We cannot hope to understand and appropriately moderate our pet birds’ behaviors if we have not studied their natural histories. All captive behavior stems from a species’ natural behavior…viewing the topic in that light is the only sensible way to go about achieving harmony with our pets.
Even after decades of working with parrots, I’m still sometimes surprised at the racket they make in their natural habitats. Free-living parrots are always vocalizing…on the wing, while feeding and in their roosting sites. Doves begin calling before first light, male canaries sing incessantly in the breeding season, male peafowl scream… and so on. To expect otherwise of them in captivity is unreasonable.
Why Punishment is Ineffective
That being said, there are a number of captive behaviors that can and should be addressed. But birds do not recognize punishment…it’s simply not within their abilities, and never will be. Many mammals restrain and punish their young…dogs, for example, will respond to punishment, although it is certainly not the best way to train them. Birds, however, respond to punishment as a threat, or an attack, and will react accordingly.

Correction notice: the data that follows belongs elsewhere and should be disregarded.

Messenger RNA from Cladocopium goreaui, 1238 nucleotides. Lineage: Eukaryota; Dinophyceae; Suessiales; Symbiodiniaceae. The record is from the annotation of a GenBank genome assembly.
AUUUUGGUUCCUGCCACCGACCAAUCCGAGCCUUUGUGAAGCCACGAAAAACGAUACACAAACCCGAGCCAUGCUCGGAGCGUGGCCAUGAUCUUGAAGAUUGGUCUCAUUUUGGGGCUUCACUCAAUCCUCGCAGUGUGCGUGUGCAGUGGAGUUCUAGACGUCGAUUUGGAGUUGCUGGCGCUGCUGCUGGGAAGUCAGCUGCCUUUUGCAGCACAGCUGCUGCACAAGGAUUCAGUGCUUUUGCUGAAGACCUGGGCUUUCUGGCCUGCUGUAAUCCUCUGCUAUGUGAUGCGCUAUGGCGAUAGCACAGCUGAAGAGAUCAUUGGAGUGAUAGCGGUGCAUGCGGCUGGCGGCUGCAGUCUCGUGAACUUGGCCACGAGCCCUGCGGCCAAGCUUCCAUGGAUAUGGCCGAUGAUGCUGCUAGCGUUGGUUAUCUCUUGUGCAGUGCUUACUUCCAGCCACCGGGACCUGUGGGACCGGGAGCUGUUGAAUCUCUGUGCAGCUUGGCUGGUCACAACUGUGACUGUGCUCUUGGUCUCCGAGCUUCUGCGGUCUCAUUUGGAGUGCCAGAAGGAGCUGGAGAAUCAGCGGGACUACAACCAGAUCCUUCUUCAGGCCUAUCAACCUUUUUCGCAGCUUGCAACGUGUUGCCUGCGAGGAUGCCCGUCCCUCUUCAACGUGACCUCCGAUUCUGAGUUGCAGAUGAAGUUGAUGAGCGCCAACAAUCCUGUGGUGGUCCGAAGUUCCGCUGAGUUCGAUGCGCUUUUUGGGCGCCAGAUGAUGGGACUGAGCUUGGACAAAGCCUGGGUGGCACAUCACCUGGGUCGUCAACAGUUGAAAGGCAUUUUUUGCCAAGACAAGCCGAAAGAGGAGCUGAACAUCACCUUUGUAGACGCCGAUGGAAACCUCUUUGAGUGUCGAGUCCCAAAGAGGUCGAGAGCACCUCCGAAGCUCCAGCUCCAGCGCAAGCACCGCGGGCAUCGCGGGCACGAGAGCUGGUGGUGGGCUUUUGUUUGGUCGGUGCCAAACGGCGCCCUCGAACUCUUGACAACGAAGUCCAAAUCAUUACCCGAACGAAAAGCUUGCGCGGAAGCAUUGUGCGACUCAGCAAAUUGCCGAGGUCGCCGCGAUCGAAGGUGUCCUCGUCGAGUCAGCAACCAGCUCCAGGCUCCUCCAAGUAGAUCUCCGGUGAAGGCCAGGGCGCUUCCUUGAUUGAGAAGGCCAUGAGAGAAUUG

Yelling at a screaming parrot will usually ensure a vocal free-for-all, with the bird trying its level best to top you! Squirting water, sometimes recommended in books, is useless…at most it will temporarily frighten a bird, and in the long run will do more harm than good. Hopefully it goes without saying that one should never strike a bird (well, I pushed a male ostrich once, but he was about to do much worse to me!).
Parrots can often be distracted or their behavior re-directed, but again such are only temporary solutions. It is important to get to the root of the problem…in many cases, knowing the bird’s history is vital in understanding its reactions and behaviors.